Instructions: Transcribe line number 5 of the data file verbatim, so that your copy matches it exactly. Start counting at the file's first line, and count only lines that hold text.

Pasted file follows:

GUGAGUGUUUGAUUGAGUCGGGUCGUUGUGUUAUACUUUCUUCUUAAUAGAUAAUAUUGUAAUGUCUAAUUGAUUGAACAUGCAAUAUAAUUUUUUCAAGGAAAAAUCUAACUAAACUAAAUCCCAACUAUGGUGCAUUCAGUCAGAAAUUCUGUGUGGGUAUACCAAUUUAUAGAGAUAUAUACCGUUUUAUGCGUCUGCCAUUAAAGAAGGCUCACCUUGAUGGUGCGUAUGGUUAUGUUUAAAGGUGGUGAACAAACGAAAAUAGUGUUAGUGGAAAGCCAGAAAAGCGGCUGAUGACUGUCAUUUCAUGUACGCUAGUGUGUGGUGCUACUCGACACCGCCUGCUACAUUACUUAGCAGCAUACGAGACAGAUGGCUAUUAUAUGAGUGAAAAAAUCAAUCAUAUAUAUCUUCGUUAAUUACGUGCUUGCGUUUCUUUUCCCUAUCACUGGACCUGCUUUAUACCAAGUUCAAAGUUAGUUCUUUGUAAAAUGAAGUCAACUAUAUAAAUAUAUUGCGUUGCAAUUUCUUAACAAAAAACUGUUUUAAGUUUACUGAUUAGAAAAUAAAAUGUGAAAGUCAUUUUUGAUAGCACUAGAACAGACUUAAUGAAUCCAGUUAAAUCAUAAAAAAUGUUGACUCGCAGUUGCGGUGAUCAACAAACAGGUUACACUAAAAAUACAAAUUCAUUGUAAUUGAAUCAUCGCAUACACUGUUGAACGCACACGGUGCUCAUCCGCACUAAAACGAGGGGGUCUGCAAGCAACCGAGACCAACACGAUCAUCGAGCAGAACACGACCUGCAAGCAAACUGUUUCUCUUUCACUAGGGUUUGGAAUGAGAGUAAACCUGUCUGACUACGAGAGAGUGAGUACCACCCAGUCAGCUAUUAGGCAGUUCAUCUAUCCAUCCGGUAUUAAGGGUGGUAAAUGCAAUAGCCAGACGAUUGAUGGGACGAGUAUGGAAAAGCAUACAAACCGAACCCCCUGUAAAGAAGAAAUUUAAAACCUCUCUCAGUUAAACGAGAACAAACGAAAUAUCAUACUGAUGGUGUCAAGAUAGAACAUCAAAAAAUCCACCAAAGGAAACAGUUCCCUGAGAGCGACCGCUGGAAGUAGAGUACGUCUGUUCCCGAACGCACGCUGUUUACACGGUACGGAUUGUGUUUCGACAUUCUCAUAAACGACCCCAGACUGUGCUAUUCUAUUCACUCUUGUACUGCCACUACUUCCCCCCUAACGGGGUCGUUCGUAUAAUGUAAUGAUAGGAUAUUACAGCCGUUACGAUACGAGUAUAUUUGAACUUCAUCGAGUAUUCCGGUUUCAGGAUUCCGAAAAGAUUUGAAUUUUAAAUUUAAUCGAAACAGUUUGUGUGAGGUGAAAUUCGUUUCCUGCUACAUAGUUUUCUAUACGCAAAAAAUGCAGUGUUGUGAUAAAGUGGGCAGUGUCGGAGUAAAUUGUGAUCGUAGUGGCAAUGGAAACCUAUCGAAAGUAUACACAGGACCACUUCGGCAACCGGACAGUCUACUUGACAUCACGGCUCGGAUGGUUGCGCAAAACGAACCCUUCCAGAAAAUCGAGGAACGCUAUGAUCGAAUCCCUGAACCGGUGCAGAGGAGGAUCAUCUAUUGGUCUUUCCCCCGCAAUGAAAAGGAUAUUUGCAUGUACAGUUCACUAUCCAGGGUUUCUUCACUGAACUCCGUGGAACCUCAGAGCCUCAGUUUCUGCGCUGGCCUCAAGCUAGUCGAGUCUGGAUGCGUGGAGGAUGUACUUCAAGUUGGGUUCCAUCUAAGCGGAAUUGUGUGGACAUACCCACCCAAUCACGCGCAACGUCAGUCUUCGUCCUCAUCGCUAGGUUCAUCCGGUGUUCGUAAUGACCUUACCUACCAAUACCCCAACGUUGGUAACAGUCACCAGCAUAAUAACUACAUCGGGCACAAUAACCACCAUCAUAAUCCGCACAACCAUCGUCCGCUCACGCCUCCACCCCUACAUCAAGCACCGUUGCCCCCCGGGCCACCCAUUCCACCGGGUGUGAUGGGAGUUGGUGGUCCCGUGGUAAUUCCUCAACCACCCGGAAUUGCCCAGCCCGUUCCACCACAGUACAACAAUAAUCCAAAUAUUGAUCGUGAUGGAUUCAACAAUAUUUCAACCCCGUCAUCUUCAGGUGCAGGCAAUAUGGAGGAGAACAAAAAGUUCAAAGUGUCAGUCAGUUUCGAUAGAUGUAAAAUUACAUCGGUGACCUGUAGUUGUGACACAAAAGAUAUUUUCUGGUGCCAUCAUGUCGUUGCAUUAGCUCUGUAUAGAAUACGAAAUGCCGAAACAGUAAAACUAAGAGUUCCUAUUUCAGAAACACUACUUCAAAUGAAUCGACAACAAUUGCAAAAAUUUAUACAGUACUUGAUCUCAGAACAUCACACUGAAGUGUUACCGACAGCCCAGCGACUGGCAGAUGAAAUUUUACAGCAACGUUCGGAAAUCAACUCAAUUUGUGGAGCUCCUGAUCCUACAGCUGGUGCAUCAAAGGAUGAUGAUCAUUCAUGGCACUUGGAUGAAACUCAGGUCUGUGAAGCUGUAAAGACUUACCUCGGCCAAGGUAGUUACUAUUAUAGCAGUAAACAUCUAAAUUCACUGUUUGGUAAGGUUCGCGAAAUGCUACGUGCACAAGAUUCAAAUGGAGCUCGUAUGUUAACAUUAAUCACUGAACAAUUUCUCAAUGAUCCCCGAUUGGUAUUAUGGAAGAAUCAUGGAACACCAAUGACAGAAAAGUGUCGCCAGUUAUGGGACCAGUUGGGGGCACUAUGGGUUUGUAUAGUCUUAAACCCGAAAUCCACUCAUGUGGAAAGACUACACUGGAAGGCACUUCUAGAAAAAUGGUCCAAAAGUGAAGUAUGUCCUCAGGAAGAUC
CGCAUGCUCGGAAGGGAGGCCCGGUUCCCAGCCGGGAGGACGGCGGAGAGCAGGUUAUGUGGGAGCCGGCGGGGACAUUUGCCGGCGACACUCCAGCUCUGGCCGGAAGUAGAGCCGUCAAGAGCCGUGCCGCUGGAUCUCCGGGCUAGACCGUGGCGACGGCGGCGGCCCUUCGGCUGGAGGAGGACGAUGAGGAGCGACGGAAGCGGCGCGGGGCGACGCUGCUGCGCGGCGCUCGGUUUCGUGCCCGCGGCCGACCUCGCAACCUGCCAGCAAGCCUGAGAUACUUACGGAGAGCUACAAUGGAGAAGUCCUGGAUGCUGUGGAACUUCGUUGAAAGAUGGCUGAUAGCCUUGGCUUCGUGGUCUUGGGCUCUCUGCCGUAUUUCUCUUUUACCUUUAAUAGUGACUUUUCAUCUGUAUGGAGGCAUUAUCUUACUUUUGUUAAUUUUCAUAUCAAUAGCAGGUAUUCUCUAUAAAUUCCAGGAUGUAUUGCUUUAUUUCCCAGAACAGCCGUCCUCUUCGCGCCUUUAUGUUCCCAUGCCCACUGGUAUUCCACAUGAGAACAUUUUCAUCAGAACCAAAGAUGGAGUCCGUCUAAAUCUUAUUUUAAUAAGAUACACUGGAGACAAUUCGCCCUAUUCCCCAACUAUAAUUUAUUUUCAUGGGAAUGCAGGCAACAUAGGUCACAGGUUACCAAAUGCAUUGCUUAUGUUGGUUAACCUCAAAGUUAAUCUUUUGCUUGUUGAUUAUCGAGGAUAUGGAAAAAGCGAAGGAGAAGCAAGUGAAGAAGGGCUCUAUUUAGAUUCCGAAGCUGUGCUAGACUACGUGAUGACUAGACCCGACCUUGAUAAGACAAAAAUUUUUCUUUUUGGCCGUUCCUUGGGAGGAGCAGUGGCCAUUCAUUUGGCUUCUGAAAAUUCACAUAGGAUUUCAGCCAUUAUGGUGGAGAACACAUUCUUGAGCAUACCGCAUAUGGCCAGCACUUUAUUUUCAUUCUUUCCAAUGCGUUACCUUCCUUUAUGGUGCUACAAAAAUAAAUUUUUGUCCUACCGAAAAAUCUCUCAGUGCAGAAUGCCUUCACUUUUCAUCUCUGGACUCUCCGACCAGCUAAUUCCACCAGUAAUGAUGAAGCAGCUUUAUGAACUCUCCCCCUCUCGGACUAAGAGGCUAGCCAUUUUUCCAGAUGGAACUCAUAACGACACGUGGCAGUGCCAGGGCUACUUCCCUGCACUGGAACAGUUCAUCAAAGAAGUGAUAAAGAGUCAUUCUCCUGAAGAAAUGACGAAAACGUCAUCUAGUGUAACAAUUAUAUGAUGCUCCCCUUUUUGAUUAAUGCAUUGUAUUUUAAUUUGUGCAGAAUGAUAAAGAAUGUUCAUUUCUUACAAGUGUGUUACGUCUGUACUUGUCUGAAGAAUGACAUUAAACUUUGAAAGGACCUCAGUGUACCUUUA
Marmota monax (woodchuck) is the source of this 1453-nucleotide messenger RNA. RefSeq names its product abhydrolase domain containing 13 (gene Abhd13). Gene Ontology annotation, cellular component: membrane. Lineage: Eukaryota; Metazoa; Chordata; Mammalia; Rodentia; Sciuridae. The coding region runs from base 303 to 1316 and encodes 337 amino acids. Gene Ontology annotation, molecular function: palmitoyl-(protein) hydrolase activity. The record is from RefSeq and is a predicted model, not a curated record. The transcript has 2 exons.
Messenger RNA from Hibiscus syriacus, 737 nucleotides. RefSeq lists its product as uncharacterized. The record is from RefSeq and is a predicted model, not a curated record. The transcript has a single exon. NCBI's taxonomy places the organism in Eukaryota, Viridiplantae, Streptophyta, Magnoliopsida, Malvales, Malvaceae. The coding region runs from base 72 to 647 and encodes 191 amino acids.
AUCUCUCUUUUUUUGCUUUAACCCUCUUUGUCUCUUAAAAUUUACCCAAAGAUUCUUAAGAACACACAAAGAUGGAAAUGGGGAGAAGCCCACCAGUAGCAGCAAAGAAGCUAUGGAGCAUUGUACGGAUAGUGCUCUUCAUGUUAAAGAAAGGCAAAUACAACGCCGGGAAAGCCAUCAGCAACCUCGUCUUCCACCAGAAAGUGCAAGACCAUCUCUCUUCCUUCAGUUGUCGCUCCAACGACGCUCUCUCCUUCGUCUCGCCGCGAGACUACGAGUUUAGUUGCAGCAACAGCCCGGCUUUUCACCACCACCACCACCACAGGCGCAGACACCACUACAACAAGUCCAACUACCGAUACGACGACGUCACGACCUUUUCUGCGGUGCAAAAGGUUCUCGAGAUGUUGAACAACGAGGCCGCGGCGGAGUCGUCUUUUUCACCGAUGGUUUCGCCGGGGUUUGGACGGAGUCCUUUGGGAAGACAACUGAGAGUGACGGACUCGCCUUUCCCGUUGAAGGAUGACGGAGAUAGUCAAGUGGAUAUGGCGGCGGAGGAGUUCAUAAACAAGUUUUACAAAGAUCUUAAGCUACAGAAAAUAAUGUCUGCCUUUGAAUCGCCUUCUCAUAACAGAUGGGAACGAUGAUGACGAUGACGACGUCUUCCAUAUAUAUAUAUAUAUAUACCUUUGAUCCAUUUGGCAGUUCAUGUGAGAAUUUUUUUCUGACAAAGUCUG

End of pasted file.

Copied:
AUCUCUCUUUUUUUGCUUUAACCCUCUUUGUCUCUUAAAAUUUACCCAAAGAUUCUUAAGAACACACAAAGAUGGAAAUGGGGAGAAGCCCACCAGUAGCAGCAAAGAAGCUAUGGAGCAUUGUACGGAUAGUGCUCUUCAUGUUAAAGAAAGGCAAAUACAACGCCGGGAAAGCCAUCAGCAACCUCGUCUUCCACCAGAAAGUGCAAGACCAUCUCUCUUCCUUCAGUUGUCGCUCCAACGACGCUCUCUCCUUCGUCUCGCCGCGAGACUACGAGUUUAGUUGCAGCAACAGCCCGGCUUUUCACCACCACCACCACCACAGGCGCAGACACCACUACAACAAGUCCAACUACCGAUACGACGACGUCACGACCUUUUCUGCGGUGCAAAAGGUUCUCGAGAUGUUGAACAACGAGGCCGCGGCGGAGUCGUCUUUUUCACCGAUGGUUUCGCCGGGGUUUGGACGGAGUCCUUUGGGAAGACAACUGAGAGUGACGGACUCGCCUUUCCCGUUGAAGGAUGACGGAGAUAGUCAAGUGGAUAUGGCGGCGGAGGAGUUCAUAAACAAGUUUUACAAAGAUCUUAAGCUACAGAAAAUAAUGUCUGCCUUUGAAUCGCCUUCUCAUAACAGAUGGGAACGAUGAUGACGAUGACGACGUCUUCCAUAUAUAUAUAUAUAUAUACCUUUGAUCCAUUUGGCAGUUCAUGUGAGAAUUUUUUUCUGACAAAGUCUG